Homemade coils to use a MFJ analyzer as a dip meter

Discussion in 'General Technical Questions and Answers' started by CT2FZI, Jan 15, 2010.

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  1. CT2FZI

    CT2FZI Ham Member

    Is anyone has the design of homemade coils to use a MFJ analyzer as a dip meter?

    I think that in Nov 1993 there was a QST article on this...

    I thank you in advanced,

    Luis, CT2FZI
  2. KA4DPO

    KA4DPO Ham Member

    All you need for frequencies of 1.8 to about 20 MHZ is a BNC connector and some 3/8 inch plastic tubing. Wind about 8 turns of #14 spaced one wire diameter and cover it with shrink tubing.

    I have the MFJ kit and have used it but the results are marginal in most cases. I prefer to use My Millen GDO which is far far more sensitive.
  3. CT2FZI

    CT2FZI Ham Member


    That is what I was looking for :)

    Luis, CT2FZI

  4. CT2FZI

    CT2FZI Ham Member

    Another answer:

    > You can try simply winding a few turns of hookup wire on a convenient
    > tubular form, hooked up to an RCA or BNC or PL-259 glued to the end of
    > the form, and see if you can get an adequate dipping for your
    > purposes.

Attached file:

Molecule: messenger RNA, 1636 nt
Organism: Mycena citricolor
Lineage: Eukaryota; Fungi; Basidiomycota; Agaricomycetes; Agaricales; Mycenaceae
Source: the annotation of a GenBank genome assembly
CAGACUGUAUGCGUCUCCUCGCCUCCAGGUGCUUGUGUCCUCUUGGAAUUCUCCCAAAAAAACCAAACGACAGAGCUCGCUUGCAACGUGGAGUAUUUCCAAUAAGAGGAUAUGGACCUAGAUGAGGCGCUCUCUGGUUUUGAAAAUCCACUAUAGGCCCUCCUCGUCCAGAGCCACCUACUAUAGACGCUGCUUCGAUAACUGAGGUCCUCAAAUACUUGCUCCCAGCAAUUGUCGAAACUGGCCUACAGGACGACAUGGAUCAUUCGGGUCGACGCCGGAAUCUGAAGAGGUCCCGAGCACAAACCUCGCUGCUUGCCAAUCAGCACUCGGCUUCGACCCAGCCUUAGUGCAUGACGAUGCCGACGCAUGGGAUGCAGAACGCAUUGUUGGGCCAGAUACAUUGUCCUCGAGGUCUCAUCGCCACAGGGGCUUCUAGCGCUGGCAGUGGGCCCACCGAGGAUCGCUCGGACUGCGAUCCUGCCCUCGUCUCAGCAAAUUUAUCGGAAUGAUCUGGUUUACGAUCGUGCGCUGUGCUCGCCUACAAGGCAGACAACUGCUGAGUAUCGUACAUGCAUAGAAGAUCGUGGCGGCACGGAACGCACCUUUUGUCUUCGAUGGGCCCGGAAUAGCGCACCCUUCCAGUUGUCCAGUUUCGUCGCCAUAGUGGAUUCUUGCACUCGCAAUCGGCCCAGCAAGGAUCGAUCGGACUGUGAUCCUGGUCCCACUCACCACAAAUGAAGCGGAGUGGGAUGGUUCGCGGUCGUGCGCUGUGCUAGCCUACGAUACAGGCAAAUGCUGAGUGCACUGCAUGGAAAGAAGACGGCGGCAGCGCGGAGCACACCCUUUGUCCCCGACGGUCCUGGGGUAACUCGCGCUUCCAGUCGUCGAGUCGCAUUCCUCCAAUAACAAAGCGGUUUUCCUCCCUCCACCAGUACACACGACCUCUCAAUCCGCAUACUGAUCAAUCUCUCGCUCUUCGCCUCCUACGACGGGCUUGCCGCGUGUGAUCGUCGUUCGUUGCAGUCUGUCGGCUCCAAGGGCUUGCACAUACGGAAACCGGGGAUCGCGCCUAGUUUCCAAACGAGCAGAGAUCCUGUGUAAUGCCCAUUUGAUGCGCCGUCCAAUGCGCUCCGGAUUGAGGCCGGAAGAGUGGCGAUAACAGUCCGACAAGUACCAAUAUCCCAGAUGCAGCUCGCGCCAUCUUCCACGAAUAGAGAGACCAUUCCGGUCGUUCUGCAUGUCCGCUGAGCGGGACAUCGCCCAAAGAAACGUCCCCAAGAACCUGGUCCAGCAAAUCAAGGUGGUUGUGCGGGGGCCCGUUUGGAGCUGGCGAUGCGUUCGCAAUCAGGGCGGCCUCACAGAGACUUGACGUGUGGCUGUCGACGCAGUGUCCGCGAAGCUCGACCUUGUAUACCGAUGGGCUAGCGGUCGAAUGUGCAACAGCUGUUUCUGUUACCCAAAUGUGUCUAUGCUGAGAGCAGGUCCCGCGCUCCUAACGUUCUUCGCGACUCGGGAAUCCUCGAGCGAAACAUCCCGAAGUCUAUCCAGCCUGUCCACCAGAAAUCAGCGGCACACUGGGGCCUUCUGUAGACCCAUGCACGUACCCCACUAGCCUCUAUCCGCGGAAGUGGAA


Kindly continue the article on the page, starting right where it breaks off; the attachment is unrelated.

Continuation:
> The higher-frequency MFJ coil seems to be about 4 or 5 turns of wire -
    > length is about 1/2" and diameter is somewhere around 3/8". The
    > lower-frequency coil is somewhere around 12-14 turns of wire,
    > close-wound on a 1/2"-diameter plastic form.

    Source: http://newsgroups.derkeiler.com/Archive/Rec/rec.radio.amateur.antenna/2006-01/msg00804.html
  5. KA4DPO

    KA4DPO Ham Member

    Just remember that no matter how you fabricate it a proper Grid Dip Oscillator will work far better in every application.
  6. CT2FZI

    CT2FZI Ham Member

    Thanks! That is very true.

    I just want to take the full advantage of my MFJ analyzer, not just reading SWR...

    I would like to know what it can or can't do, and learn from it :)

    Like complex calculations... It will be fun!

    Luis, CT2FZI
  7. W5DXP

    W5DXP Ham Member

    I just had another brainstorm idea of how to use the MFJ-259B to find the resonant frequency of a trap. Cut a 1/4WL stub to exactly the trap target frequency. The MFJ-259B manual tells how to do that.

    Connect the trap to the open end of the stub and tune the MFJ-259B for the minimum impedance. When the minimum purely resistive impedance frequency is equal to the target frequency for the trap, the trap is tuned to the target frequency.

    Of course, this requires a 1/4WL stub per trap.
  8. CT2FZI

    CT2FZI Ham Member

    Thanks! I will see what the manual sais about it. Its a very good idea too.

    Luis, CT2FZI
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